Here’s your Department of Defense. Easily your largest department within the administration, responsible for an over $700 billion annual budget, kept in the dark about this large announcement. That was repeated time and time again.

Alex Ward

As it was with the trans military ban.

Guy Snodgrass

Right, it’s like the defining characteristic of the administration and why it was so difficult to actually enact many of the policy decisions the president wanted to see put in place. He wasn’t setting up his team up for success.

Mattis knew without a shadow of a doubt, as many others did, that the transgender ban decision would be highly contested. It was of significant political interest, and it would be contested in the courts. We wanted to make sure that it was arrived at legally, ethically, and underpinned by a lot of facts.

We communicated that to the White House, and the president approved our deliberate approach. We were two or three months into that process, and we were sure we had the top cover. And then as soon as Mattis went to Washington state to spend some time with his mother, bam! Here comes the tweet, and it’s out of nowhere, saying, in effect, “In consultation with generals, transgender individuals are hereby banned from military service.”

We had no heads-up. Our chief of staff had no heads-up. The chairman of the Joint Chiefs had no heads-up.

Alex Ward

What did you do about it?

Guy Snodgrass

We were scrambling to figure out what it all meant and what we had to do about it. Mattis was able to intercede and work with the president and then-chief of staff Kelly to get to a better resolution. But those tweets imperiled the president’s own decision because he could’ve had a legally defensible, well-thought position, yet he undercut it with those three tweets.

 Michael Nigro/Pacific Press/LightRocket via Getty Images
On July 26, 2017, after a series of tweets by President Trump, which proposed to ban transgender people from military service, thousands of New Yorkers took the streets of in opposition.

Alex Ward

Did Mattis ever convey that the president was imperiling national security, or at least his own policy preferences, with the way he went about things?

Guy Snodgrass

Mattis was — and is — an incredibly stoic individual. In that way, he certainly lives up to his well-manicured public persona. He just doesn’t have a contentious meeting at the White House. He doesn’t see a tweet and then fly into a tizzy. He takes things as they come, like you would hope a long-time military commander would do.

But I do in the book recount a discussion that Mattis had with the Washington Post’s David Ignatius, the Atlantic’s Jeff Goldberg, and CBS’s John Dickerson. One question raised to Mattis was, “Do you think Trump’s policies will make America stronger?” to which Mattis responded, effectively, “I fear that why we’ll appear stronger in the short term, no, they will not make America stronger in the long run.”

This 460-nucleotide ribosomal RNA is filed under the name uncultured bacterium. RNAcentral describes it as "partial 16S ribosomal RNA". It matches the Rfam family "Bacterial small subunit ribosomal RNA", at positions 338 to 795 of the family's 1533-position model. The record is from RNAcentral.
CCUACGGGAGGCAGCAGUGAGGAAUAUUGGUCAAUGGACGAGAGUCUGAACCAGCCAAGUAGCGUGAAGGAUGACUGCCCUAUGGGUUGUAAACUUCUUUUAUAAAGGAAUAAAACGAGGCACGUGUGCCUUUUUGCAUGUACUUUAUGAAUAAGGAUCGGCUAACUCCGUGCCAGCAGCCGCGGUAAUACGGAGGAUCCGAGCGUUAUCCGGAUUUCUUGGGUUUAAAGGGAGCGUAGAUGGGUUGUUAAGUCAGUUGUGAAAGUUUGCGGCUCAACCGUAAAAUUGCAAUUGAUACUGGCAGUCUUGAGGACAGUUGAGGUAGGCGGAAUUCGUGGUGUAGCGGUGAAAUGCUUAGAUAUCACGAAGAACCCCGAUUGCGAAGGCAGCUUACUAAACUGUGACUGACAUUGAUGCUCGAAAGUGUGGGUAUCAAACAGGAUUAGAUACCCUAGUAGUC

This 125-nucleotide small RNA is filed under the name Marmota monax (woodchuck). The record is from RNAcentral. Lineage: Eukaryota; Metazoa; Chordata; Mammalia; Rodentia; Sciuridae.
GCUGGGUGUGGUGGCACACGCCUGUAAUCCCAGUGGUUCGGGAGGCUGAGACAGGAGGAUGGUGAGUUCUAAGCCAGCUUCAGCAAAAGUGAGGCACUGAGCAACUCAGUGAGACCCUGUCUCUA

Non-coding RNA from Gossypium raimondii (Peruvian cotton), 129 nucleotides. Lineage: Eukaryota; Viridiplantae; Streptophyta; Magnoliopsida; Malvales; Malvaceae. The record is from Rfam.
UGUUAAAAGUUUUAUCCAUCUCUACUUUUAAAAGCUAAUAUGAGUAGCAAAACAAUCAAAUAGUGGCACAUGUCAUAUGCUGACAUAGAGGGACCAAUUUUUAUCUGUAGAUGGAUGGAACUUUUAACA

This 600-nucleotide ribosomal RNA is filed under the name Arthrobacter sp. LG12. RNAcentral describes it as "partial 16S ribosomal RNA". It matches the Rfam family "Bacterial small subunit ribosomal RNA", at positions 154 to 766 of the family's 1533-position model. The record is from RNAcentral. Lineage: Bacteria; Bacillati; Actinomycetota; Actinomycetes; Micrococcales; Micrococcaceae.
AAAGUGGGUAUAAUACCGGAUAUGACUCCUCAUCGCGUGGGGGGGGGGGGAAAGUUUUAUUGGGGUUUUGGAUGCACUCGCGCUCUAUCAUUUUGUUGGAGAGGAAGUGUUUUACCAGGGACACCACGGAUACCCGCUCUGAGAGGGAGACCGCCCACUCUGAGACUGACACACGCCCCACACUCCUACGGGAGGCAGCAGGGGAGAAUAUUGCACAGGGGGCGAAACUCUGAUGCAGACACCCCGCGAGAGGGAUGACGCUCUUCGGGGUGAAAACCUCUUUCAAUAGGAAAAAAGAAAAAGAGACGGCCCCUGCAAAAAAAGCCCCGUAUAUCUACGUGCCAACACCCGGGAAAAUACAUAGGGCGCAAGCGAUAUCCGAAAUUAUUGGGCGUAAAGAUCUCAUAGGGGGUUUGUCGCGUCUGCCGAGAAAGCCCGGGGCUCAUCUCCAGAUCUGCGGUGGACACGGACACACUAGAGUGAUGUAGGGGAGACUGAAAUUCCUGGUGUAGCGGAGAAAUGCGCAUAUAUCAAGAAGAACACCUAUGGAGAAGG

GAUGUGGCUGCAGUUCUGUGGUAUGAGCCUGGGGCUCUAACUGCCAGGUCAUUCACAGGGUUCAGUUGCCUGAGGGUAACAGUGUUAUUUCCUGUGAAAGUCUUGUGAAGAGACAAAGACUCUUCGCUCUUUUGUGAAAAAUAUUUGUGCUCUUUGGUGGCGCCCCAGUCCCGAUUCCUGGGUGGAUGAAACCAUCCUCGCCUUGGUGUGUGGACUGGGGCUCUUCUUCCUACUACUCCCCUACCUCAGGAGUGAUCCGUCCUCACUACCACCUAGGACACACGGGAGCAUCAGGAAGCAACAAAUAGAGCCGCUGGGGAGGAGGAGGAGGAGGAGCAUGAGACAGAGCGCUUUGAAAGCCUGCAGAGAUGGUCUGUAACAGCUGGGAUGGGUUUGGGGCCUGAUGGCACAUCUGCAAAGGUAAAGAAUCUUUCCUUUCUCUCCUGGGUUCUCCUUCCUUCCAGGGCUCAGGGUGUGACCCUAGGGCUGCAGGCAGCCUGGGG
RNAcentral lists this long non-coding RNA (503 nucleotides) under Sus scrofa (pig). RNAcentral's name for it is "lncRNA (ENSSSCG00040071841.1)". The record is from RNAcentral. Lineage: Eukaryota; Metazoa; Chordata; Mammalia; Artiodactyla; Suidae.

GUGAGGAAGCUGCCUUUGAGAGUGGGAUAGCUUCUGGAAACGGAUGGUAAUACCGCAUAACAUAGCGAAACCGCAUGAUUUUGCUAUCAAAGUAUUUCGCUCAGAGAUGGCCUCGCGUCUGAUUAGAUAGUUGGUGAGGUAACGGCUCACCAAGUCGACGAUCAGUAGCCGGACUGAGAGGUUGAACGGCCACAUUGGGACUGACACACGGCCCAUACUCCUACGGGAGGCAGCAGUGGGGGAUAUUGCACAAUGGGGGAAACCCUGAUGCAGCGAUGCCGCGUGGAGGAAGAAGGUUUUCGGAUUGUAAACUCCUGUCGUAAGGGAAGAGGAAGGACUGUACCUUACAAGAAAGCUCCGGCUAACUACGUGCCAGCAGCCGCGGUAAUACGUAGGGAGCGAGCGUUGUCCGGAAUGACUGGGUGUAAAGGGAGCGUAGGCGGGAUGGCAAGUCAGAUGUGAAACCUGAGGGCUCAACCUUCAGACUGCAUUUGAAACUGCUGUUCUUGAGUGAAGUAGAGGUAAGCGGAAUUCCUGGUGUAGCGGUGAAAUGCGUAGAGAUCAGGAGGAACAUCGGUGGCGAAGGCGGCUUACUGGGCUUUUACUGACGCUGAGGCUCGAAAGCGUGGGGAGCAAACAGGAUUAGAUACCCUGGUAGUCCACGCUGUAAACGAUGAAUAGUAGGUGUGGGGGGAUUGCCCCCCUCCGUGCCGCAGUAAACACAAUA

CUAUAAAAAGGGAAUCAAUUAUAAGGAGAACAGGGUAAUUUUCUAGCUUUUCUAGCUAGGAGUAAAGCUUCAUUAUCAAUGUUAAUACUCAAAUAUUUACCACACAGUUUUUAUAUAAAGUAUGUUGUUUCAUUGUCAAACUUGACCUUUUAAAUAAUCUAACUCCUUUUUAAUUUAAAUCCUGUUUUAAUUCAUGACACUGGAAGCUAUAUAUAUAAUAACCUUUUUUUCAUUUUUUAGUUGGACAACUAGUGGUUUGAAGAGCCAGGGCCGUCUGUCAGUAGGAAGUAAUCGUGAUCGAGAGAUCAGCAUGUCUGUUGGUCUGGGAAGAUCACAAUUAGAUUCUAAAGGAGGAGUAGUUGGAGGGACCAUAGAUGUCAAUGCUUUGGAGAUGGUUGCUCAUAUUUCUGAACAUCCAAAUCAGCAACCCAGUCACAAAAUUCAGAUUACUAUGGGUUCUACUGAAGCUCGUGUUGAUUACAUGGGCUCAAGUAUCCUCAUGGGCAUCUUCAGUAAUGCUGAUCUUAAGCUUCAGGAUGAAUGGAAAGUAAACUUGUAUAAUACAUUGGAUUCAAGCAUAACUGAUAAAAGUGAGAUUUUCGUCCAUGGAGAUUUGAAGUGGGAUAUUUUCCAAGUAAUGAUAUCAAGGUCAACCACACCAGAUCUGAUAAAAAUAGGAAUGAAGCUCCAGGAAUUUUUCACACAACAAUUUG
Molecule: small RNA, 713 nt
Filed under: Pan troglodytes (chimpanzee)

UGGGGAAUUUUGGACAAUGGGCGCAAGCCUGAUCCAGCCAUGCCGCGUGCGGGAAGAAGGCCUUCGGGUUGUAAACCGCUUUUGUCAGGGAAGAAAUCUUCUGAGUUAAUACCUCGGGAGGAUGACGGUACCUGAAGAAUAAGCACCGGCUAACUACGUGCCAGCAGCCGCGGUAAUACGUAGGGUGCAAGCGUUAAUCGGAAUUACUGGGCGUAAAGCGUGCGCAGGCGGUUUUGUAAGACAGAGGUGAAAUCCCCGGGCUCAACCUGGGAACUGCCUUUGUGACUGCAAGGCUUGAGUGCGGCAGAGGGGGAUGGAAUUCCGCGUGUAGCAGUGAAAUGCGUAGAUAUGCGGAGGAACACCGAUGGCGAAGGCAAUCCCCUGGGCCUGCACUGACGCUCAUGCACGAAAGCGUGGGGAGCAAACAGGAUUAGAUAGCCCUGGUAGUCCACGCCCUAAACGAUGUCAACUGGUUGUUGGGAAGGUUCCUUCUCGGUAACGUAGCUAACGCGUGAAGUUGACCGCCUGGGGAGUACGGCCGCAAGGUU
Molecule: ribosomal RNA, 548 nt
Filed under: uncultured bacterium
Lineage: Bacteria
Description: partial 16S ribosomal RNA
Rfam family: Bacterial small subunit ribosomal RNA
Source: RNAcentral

He’s normally so stoic, so guarded and measured with his words. I thought it was a very telling statement that even off the record he was willing to say that.

Alex Ward

That gets into something else, which is that Mattis seems to curate his public persona. In many ways, he’s the tough-talking, straight-shooting Marine many believe he is. But how did he go about promoting that image of himself?

Guy Snodgrass

We were always thinking about the second- and third-order effects. For example, if Mattis received a letter from a high-schooler in Missouri saying, “Mr. Mattis, I think you’re doing a great job. Thank you for your service.” Most people would say, “Oh, that’s really nice,” and then they just throw it in the circular file [i.e., the trash]. But we would flag it because Mattis would want to sign it because you knew that letter would make its way back to the constituents and they’d say, “Wow, what a great guy.”

So Mattis, of all the bosses I’ve ever had, and anybody I’ve ever worked alongside, was very self-disciplined. He was consistent. He was at his desk, by 5:50 to 6:00 am every single morning. He works tirelessly. When he went home, he worked tirelessly there as well.

It was all just laser-focused on the country first, secondarily the administration, and I think, thirdly, doing all the nice things many wouldn’t do because they were so busy. He would follow through because of his discipline, and doing those nice things gave him political capital that led to, in this case, a well-deserved public persona.

Alex Ward

Last question: Mattis has refused to directly criticize the president or his actions since Mattis left his post. Should he be talking more openly about Trump?

Guy Snodgrass

That decision lies with Mattis. I believe that’s one of the beautiful things about America — that he can make his own decision about that. Millions of people will judge him whether he did or did not speak out. But if he has elected to take this vow of silence about the president, then certainly I hope that he sticks with it throughout the entirety of President Trump’s time in office.

We’ve seen cracks in the veneer, though, like at the Al Smith dinner where Mattis surprisingly made jokes at the president’s expense. If you say you’re going to stand on principle and not say anything, though, then I believe you should honor that.

 Zach Gibson/Getty Images
Secretary of Defense James Mattis speaks during a press briefing at the Pentagon August 28, 2018.